NEW YORK (TheStreet) --
I believe the entire retail industry is headed to where we already are.
But then I continued reading ...
First, the financials. Net loss attributable to Sears Holdings' shareholders was $358 million and $1.4 billion, respectively, for the fourth quarter and full year of 2013. This compares to net loss attributable to Sears Holdings' shareholders of $489 million and $930 million, respectively, for the prior year fourth quarter and full year.
And it started to make sense.
While there's no question Lampert is as delusional as they come, he's onto something. The abject state of physical retail will lead to more companies posting billion dollar losses and cheering loyalty programs that have been around for years, but have yet to move needles, stop bleeding or inspire consumers.
Here's additional delusion from Lampert:
While our financial results remain challenged, 2013 may have been the year that justifies why so many people across Sears Holdings have been working for several years on our transformation from a traditional, store-based retailer to a membership company that serves its members across an integrated retail platform.
I don't even need to explain the cluelessness inherent in that excerpt. It's just mind boggling. And, if it didn't come from one of America's most inept CEOs, I might not believe it.
I'm not inside Lampert's head so I don't know if he really believes the crap he says. That somehow he's ahead of his time, but, I know this ... whether he believes it or not is immaterial. It is crap. With that comment, Lampert proved he's so lost that if you showed him a picture of his rear end next to a hole in the ground, he wouldn't be able to tell the difference.
Lampert needs to go. And the boards at BBY and JCP need to follow by firing Hubert Joly and Mike Ullman.
Just to check myself, I asked Belus Capital Advisors CEO and TheStreet analyst Brian Sozzi if my initial reaction to the Sears, Best Buy and JCP reports was correct. All three companies have, by and large, burned the furniture to build fires, relying on cost-cutting measures and discounting to feign turnaround:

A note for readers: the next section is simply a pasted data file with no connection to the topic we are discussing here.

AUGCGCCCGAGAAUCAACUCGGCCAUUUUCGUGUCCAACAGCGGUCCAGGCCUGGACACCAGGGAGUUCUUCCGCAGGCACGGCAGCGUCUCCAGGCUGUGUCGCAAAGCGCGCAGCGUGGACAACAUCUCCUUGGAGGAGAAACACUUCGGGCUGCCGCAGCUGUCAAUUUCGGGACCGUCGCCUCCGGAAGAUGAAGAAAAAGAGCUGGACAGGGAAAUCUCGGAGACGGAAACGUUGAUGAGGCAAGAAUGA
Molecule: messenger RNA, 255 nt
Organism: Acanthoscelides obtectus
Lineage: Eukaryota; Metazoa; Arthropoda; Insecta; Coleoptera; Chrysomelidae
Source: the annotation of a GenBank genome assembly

Dead on brotha. These have been some of the most confusing earnings reports I have read through in some time. Charges. Odd lingo. The raw sales aren't there for any of the company's from the stores. Online looks good (even rose 10% at Sears). But the market response to all the reports 100% due to short-term impact of costs cuts offsetting price investments.
I have spent months outlining the core problem at these brick and mortar retailers here at TheStreet.
From November 2013:
This (seemingly positive short-term results) is what happens when you put MBA types or retail lifers in charge of a situation that requires dynamic wholesale transformation.
Managers can be fantastic at cleaning up near-term messes by cutting prices, realigning "teams" and slashing expenses. However, cats of this ilk tend not to be the best visionaries. The very thing physical retailers need, they lack and, worse yet, refuse to secure.
And from earlier this year with the focus on Best Buy:
If you removed the inventory from BBY, SHLD and JCP stores, nobody outside of a retail real estate salesperson would be able to tell the difference. Each building represents the soulless shell of a once-thriving industry treated with utter disrespect by Jeff Bezos and Amazon.com (AMZN) ...
Take products that intrigue and inspire, rearrange them around the store and you can make believers (or momo chasers) out of otherwise intelligent people.
Sign me up for Hubert Joly's gig. Please. I'll do my best not to feel guilty to the point of suicide for effectively stealing my salary from the rolls of a public corporation.
The story hasn't changed.
Figuratively speaking, Lampert, Joly and Ullman continue to steal money from the coffers of the public corporations they work for.
I mean I guess they're doing their jobs if they've been dispatched to stabilize things in the near-term. If, of course, you can call what they're doing meaningful stabilization. It does no good for the heart attack patient if medical staff brings him back to even, but fails to ensure he can thrive for many years after things went awry.
These CEOs and the portions of their rank and file that misguidedly believe in what amounts to business as usual are doing absolutely nothing to lay the foundation for and effectively implement sound futures at Sears, Best Buy or JCP. In fact, they're doing the opposite.
Call them the great enablers of retail.
It's not like they're even running the retail equivalent of, say, Vancouver's needle exchange program. It would be one thing if there was some thought beyond the culture of obviousness that persists in this dying sector. But there isn't.
Lampert, Joly and Ullman keep the false and toxic hope alive that the very same or some barely tweaked variation of what failed retail in the past will, miraculously, drag it from the abyss. That once external forces right themselves in this world, retail will get back on the road it left. They say they're looking within and recent results aren't good enough ...
To be clear, it is not because our performance is where we need it to be. It isn't (More Eddie "National Lampoon's" Lampert).
But that's clearly lip service because it's not accompanied by action that indicates a period of critical evaluation, thoughtful introspection and wholesale organizational change.
They're enablers. In the true sense of the word. Addicted to the same old drugs that got them into the mess they're in.
--Written by Rocco Pendola in Santa Monica, Calif.